Neuralink: Humans and AI

BRAIN COMPUTER INTERFACING

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Neuralink Corporation is a medical research company, based on San Francisco, founded by Elon Musk and others, developing implantable brain–machine interfaces (BMIs) or brain-computer interfaces (BCIs). Let us cut the ball here, Neuralink wants to make you into a cyborg; no a super hero kind but a super smart one. The company was found on 2016 in response to fast growing AI industries and was first publicly reported in March 2017.

Let’s jump on to the main topic here. What is a BMI? How does it works? The good and the bad side? I will try to answer everything I understood about Neuralink’s BMI.

Neuron

About BMI

Neurons; our brain consists of nearly one hundreds billion dells called neurons. These comes in many complex shapes. Generally it consists of dendritic arbor, cell body called Selma and an axon. Neurons is an electrically excitable cell that communicates with other cells via specialized connections called synapses. At the connection point neurons communicates using chemical signals called neurotransmitters. These chemicals are released from an axon in response to an electrical spike called action potential. When a cell receives enough of a right kind of neurotransmitters input chain reaction is triggered that cause an action potential to fire and the neuron relay messages to its own downstream synapses.During this process, it produce an electric field that spread through a neuron which can be detected by placing electrodes near it. This process is not new to human kind.

Scientist nowadays have already mapped many parts of our brain. So if we can connect parts of our brain to a computer, we might be able to unleash infinite possibilities. We can already control robotic arms directly by our brains. The sensor is a tiny array of electrodes connected to bundle of gold wires which is attached to patient’s motor cortex; the part of the brain that commands body movements. The brain activity recorded is then relayed to a computer where the signal is amplified and processed. Then it instruct the assistive technologies like bionic arm to carry out the required function. This type of system are being used from 20th century. But what makes the Neuralink’s BMI different than previously used ones? As a matter of fact, our phones and PCs is a one of a kind, very low bandwidth BMI.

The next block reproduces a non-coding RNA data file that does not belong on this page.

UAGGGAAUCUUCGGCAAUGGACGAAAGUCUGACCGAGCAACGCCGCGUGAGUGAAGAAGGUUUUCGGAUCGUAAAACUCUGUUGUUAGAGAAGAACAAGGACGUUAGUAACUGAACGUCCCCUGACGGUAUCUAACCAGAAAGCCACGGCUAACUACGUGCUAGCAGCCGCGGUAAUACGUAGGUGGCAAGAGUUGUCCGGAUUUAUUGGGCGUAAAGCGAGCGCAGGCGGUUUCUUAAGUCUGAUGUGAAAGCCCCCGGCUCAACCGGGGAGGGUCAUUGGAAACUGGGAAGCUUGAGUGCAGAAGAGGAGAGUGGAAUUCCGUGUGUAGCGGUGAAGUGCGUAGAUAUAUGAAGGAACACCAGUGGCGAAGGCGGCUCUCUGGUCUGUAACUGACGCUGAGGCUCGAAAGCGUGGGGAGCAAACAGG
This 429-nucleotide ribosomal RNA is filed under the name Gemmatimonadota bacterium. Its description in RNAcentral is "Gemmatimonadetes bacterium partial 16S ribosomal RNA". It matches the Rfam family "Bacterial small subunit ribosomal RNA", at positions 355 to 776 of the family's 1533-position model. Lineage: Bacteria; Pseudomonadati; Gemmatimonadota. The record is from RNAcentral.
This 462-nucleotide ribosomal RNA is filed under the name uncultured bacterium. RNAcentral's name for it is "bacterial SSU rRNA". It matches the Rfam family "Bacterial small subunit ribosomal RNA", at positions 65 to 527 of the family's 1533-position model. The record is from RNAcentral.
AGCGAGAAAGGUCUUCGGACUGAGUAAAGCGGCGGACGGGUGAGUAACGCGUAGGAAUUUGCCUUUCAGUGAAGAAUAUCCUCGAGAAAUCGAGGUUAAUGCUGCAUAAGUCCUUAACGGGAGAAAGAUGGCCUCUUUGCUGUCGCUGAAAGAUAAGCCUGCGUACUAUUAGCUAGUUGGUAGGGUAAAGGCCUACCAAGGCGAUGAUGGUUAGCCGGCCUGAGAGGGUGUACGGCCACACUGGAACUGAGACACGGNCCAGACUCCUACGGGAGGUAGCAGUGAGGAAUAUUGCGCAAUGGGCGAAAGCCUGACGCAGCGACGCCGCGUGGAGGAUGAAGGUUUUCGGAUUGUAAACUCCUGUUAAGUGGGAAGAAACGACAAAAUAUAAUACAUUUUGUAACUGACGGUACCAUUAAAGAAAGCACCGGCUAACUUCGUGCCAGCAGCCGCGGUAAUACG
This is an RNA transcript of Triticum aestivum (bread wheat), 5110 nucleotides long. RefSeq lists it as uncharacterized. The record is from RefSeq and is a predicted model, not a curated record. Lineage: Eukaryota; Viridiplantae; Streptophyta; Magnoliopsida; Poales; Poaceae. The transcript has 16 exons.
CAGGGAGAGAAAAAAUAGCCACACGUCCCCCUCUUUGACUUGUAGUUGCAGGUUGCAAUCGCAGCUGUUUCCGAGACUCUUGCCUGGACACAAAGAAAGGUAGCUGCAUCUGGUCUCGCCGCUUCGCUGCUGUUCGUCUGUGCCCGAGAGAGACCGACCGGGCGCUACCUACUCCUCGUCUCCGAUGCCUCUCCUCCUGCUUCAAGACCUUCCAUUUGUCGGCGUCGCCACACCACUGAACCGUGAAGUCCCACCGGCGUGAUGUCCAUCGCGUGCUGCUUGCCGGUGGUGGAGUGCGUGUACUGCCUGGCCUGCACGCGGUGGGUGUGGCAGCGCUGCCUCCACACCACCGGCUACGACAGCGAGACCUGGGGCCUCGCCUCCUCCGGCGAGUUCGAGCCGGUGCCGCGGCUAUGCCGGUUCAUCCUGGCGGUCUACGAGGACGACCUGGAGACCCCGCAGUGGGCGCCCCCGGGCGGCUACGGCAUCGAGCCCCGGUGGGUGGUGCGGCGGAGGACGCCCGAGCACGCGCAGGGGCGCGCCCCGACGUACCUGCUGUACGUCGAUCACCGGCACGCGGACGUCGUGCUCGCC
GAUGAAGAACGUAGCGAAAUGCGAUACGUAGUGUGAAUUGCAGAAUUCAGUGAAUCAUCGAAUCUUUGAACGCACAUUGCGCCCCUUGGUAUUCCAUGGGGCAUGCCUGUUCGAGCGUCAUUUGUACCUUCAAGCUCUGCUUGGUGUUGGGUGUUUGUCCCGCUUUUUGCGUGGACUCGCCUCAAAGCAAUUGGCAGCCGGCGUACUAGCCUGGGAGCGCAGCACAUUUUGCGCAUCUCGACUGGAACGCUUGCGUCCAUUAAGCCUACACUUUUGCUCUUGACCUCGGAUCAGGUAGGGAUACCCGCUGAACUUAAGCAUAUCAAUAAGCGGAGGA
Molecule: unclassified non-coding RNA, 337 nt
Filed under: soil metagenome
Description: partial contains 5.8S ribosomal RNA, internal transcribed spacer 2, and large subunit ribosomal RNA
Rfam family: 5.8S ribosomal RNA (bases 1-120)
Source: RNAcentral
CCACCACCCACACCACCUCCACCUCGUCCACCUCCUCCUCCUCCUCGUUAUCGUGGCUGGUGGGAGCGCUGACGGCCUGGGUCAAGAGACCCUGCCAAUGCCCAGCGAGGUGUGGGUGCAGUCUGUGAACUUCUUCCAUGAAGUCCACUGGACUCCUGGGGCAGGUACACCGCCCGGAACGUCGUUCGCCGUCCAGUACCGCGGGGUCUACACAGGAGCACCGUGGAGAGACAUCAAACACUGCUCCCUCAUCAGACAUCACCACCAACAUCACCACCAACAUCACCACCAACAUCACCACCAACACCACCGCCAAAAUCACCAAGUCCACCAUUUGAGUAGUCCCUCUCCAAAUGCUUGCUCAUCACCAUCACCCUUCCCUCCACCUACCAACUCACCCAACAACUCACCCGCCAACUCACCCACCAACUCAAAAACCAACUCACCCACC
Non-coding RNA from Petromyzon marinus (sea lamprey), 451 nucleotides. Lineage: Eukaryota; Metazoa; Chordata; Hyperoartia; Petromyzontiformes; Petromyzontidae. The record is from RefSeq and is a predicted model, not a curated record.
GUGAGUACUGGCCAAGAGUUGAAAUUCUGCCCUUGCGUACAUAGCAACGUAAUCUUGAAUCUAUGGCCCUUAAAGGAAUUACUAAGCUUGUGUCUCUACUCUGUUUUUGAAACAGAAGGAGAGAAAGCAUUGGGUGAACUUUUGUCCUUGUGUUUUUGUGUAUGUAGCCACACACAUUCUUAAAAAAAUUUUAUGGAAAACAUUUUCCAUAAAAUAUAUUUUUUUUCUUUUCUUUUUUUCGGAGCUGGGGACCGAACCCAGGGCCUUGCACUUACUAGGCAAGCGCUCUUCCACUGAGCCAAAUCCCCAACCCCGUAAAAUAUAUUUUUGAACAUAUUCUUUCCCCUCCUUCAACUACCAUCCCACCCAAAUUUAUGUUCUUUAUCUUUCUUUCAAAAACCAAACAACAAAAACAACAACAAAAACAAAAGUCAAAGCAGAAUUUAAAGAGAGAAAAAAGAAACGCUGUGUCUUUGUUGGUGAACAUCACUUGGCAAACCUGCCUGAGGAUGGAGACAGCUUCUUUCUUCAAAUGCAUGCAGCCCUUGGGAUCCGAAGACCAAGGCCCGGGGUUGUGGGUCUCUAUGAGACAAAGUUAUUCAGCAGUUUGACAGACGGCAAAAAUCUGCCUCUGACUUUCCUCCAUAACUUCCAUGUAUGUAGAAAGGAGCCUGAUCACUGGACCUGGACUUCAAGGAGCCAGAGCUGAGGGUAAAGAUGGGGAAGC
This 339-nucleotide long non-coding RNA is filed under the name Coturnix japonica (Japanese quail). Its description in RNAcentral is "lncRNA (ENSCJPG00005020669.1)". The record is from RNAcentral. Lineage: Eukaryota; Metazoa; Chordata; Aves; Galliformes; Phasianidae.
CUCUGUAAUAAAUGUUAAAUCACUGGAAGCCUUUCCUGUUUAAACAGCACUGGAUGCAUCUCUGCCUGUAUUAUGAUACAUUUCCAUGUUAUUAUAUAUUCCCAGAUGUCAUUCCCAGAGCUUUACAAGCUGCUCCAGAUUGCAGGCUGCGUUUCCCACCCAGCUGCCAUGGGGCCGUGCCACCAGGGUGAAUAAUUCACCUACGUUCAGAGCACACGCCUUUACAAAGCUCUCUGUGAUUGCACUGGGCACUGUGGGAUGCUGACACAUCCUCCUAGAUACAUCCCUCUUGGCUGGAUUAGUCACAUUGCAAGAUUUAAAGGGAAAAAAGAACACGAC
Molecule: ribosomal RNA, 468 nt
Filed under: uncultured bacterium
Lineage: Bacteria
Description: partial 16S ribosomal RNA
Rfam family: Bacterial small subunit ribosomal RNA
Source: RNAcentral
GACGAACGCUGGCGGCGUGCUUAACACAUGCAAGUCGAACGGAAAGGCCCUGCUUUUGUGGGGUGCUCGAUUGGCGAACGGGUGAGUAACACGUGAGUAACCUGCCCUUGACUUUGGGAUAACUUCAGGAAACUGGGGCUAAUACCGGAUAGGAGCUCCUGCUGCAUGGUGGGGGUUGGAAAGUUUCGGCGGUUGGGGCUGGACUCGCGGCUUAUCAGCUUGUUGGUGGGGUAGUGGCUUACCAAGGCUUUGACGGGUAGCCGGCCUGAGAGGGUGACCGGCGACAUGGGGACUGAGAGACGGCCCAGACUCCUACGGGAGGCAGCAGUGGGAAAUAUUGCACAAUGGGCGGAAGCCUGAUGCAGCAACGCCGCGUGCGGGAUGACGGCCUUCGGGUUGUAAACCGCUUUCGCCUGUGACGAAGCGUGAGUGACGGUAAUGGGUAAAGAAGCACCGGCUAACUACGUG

How does it works?

Instead of using 10 to 20 electrodes, Neuralink may use up to thousands of electrodes implants on the brain which results in high bandwidth BMI system. The goal of Neuralink is to understand and treat different forms of brain or spine injuries and disordered. And also to achieve symbiosis with AI. On top of that, not only the system analyses the signal it also learn simultaneously, making the BMI quicker in usual activities.

Components of a BCI/BMI system

Each thread is smaller than one tenth of the size of a human hair and contains 192 electrodes. This electrodes are surgically connected to one’s brain and connected to a device which is behind ears. The device is upgradable whereas the electrodes are permanent. As Neuralink President Mr. Hodak said “As safe and painless as laser eye surgery”. Neuralink has also created a neurosurgery robot capable of implanting the threads.

Neurosurgery Robot

As many as 10 implants could be inserted into one hemisphere of the brain. Connecting the implants are a very small wires tunnel under the scalp to a conductive coil behind the ear. This coil connects wirelessly through the skin to a wearable device that the company calls the Link, which contains a Bluetooth radio and a battery. A single USB-C cable provides full-bandwidth data streaming from the device to a phone or computer, simultaneously recording all chip channels. Controlling the computer is via a smartphone app, using the Link can help to make software updates and fix bugs via Bluetooth, avoiding the need to tamper with the chip. Closing the Link shutdown the implant.

The Good and The Bad

As said above, we may be able to communicate with machines more efficiently. We can finally come to symbiosis with AI. While significant technological challenges must be addressed before a high-bandwidth device is suitable for clinical application, with such a device, it is plausible to imagine that a patient with spinal cord injury could dexterously control a digital mouse and keyboard. When combined with rapidly improving spinal stimulation techniques, in the future this approach could conceivably restore motor function. High-bandwidth neural interfaces should enable a variety of novel therapeutic possibilities.

Discussing of the negative aspect, will the implants be durable? Who owns the brain data? Is your brain safe? The learning curve of the system? How does the device interpret irrelevant thoughts? These question are necessary to answer but hey there is a lot of time for Neuralink to be commercially available, maybe a decade or even more.

What are your thoughts on it?